Leadership. A powerful, important, and influential word. A word in the professional sense, often used to describe how to manage people. It also applies to how organizations are run. It is strategic, tactical, and situational. Consequently, it can be the defining factor in the degree of success a company, team or individual can have. I have been fortunate enough to be in a position of leadership many times, and I found it to be one of the most rewarding, challenging, and truly satisfying experiences of my professional career.
So what makes a leader GREAT? Not an easy question to answer, but for me a few things come to mind. First and foremost, I believe it is essential to be authentic. One can't lead effectively, if he or she is not true to him or herself - a part of who you are will naturally come out when you try and influence people , activities or events. So let it! Be natural in whatever way you are trying to lead. This doesn't mean that you won't have to do something that you are uncomfortable with, because you will - just remember who you are when doing so.
The next thing that comes to mind is versatility - being a leader, especially when leading large scale teams, requires you to be all things to all people. Simply put being able to adjust your leadership style, without being insincere, is a crucial requirement to have success. Many of the adjustments you make will be specific to the members of your team. Supporting someone who is high energy, outgoing, and naturally interactive is far different from the introvert who simply wants to do great work with little engagement.
A great tool that I found really helps make adjustments to your leadership style is DISC - a personality profiling tool purchased by many companies to better understand how their employees tick. It delves deep into how a person prefers to interact with people, and identifies how he or she best fits into a given culture. As a compliment to assessing fit, it is a terrific tool! (And no, I am not being paid by DISC to promote them! LOL)
A third critical piece of being a great leader is attitude. Quite frankly, I believe it is the most important aspect of effective leadership. How you carry yourself, the way in which you deal with difficult situations, and most importantly how you choose to treat people will dictate your success. Having the right attitude sets the tone for who you are, and how you will be perceived. And remember perception is reality - as a Leader, each and every action you take is carefully monitored - keep that in mind.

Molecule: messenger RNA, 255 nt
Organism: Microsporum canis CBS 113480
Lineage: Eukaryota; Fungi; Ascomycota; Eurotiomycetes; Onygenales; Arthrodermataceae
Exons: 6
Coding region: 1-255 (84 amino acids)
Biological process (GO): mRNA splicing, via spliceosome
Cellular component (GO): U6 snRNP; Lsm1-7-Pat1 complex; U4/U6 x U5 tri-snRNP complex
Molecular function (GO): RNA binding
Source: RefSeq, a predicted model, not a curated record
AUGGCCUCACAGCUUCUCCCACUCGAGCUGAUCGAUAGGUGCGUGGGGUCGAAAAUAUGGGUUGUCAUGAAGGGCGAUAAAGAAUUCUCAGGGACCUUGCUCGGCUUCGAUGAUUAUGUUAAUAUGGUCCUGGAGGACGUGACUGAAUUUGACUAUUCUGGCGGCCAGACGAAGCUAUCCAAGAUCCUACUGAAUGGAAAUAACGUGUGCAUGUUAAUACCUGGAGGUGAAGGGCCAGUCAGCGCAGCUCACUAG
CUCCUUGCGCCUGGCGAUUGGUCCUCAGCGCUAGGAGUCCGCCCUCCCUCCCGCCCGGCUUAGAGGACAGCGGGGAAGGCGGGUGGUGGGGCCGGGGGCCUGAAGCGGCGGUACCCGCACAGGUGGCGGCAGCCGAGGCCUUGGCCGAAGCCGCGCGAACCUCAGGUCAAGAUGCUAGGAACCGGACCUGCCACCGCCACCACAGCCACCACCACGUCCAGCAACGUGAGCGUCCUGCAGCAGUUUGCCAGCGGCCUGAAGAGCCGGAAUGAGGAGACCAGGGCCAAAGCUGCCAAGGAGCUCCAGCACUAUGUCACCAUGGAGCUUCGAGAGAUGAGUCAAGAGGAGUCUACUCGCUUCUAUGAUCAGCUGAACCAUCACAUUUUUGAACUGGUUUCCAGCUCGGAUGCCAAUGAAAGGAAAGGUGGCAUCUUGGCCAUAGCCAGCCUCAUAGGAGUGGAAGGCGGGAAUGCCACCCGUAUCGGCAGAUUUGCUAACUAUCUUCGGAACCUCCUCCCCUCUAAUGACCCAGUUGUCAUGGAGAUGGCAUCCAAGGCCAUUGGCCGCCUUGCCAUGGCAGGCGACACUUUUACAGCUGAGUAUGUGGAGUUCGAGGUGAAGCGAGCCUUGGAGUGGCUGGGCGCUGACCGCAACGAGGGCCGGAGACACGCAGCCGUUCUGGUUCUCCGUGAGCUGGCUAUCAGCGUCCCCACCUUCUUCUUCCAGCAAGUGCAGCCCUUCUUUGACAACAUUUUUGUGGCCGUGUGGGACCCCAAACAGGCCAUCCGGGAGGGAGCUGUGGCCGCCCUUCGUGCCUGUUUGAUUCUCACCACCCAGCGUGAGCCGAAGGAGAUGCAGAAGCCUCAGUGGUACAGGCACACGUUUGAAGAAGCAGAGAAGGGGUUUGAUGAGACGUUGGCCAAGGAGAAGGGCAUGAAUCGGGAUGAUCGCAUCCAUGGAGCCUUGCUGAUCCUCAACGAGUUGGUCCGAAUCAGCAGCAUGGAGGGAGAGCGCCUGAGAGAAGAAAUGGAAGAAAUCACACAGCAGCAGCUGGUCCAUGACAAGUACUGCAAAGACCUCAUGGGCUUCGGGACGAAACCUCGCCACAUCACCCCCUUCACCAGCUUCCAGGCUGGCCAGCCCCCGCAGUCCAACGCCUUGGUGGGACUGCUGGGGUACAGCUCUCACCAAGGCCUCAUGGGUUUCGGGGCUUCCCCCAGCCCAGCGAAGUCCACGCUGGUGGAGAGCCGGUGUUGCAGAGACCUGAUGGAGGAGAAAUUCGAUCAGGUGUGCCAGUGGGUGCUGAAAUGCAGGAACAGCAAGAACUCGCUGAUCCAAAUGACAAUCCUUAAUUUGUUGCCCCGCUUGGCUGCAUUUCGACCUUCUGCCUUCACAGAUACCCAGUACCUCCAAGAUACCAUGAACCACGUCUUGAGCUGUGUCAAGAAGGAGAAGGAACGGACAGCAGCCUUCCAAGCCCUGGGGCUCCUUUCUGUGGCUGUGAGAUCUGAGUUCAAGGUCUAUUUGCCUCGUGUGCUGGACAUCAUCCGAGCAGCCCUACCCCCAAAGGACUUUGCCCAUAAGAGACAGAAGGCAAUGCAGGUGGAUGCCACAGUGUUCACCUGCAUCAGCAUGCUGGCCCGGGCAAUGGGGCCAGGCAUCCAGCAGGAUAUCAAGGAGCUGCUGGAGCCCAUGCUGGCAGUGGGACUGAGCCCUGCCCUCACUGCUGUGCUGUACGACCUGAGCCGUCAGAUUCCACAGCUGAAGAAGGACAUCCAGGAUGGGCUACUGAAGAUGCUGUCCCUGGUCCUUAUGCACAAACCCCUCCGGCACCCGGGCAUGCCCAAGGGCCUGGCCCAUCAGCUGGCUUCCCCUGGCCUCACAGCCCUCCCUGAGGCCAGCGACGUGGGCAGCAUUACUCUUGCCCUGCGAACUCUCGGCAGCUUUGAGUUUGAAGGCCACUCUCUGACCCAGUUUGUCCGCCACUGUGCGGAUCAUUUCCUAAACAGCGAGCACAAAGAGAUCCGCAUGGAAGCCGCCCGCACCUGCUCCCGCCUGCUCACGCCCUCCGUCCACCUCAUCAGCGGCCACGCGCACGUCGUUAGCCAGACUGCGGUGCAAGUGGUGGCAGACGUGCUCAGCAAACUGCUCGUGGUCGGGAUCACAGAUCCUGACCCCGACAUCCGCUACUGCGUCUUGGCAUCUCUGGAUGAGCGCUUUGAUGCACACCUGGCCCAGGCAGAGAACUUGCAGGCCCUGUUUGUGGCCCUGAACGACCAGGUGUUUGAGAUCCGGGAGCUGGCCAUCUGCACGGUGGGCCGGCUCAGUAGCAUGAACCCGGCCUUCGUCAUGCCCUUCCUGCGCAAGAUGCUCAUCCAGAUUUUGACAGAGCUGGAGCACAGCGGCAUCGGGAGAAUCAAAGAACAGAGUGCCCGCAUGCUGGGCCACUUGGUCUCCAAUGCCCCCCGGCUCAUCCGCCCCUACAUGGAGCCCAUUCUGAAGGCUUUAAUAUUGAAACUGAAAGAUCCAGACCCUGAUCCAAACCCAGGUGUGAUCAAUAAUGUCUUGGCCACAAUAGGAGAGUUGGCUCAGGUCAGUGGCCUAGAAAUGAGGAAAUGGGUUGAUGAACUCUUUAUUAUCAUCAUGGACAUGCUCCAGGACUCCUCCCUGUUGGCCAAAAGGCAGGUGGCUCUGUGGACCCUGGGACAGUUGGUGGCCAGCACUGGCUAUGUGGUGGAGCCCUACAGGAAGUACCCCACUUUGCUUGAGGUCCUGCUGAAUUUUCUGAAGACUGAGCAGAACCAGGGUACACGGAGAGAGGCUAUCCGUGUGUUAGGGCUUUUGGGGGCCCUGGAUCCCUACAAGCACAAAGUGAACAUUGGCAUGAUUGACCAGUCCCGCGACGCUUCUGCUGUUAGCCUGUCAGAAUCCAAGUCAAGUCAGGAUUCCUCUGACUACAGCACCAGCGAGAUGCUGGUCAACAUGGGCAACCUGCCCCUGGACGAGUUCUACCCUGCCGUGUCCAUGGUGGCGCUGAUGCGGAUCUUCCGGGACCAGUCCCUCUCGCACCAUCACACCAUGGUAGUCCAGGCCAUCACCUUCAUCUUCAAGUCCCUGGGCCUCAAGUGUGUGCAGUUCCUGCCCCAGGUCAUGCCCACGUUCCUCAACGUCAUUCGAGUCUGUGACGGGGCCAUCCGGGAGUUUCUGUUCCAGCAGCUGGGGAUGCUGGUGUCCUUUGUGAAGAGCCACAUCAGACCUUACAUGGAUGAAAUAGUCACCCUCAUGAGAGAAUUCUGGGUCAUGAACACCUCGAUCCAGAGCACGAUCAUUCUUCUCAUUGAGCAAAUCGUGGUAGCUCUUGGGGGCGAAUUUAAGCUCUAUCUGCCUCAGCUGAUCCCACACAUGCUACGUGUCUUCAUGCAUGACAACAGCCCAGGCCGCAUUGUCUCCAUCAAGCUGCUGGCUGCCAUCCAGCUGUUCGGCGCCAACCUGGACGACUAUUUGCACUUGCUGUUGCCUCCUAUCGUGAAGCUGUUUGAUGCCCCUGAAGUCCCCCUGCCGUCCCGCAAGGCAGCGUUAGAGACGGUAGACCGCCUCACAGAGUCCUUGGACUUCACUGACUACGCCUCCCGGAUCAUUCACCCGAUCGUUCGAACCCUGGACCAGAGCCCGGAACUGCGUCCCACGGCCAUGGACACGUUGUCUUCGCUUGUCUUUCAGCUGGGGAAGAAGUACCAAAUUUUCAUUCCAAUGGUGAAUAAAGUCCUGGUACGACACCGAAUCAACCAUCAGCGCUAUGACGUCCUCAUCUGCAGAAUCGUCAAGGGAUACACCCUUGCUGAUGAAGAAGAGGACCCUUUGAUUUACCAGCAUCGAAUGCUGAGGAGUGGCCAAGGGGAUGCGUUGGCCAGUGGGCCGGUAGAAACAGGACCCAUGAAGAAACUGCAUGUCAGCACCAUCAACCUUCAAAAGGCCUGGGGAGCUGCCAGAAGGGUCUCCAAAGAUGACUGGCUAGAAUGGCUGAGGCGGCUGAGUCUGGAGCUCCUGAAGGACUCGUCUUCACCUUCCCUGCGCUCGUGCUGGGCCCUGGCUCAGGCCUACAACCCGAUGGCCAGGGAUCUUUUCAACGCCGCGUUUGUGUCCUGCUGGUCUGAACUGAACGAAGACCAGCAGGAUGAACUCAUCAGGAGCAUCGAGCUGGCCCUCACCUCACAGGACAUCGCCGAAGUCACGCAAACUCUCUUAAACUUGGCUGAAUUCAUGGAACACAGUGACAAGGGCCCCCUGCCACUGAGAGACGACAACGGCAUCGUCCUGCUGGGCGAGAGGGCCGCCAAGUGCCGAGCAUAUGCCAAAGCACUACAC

Another key leadership quality is modesty. This is one of the more difficult attributes to embrace, and is often elusive. From my standpoint, it is only natural to want to celebrate success, especially when it happens often. The corporate landscape is especially competitive, and the pressure to succeed is immense - this only increases with increasing responsibilities - mostly because the competition for more Senior leadership roles (Director and above) is fierce. So celebrate but do so by deflecting recognition off of yourself and onto those you support. This is an art and to do sincerely will substantially increase your likeability.
Let's face it: when broken down, most of us want to LIKE our boss. He or she is someone we want to care about us and our work, as well as offer help when we need it. Moreover, if we demonstrate the competencies required for our jobs, we want the freedom to make decisions, and run our part of the business. That doesn't mean we may not flinch when we don't do well and we hear about it, but I believe if provided with the above essentials, we have a good chance to work well with our boss - add a bit of natural chemistry, and great things are ahead!
I am only scratching the surface on leadership. Enough books have been written on the subject to suggest how complex a subject leadership really is. My intent is simply to highlight a few attributes that have worked for me, and moreover those I truly believe in. This also doesn't imply that I was always an effective leader, because I wasn't - I can say though that my greatest professional lessons came from the mistakes I made while leading.
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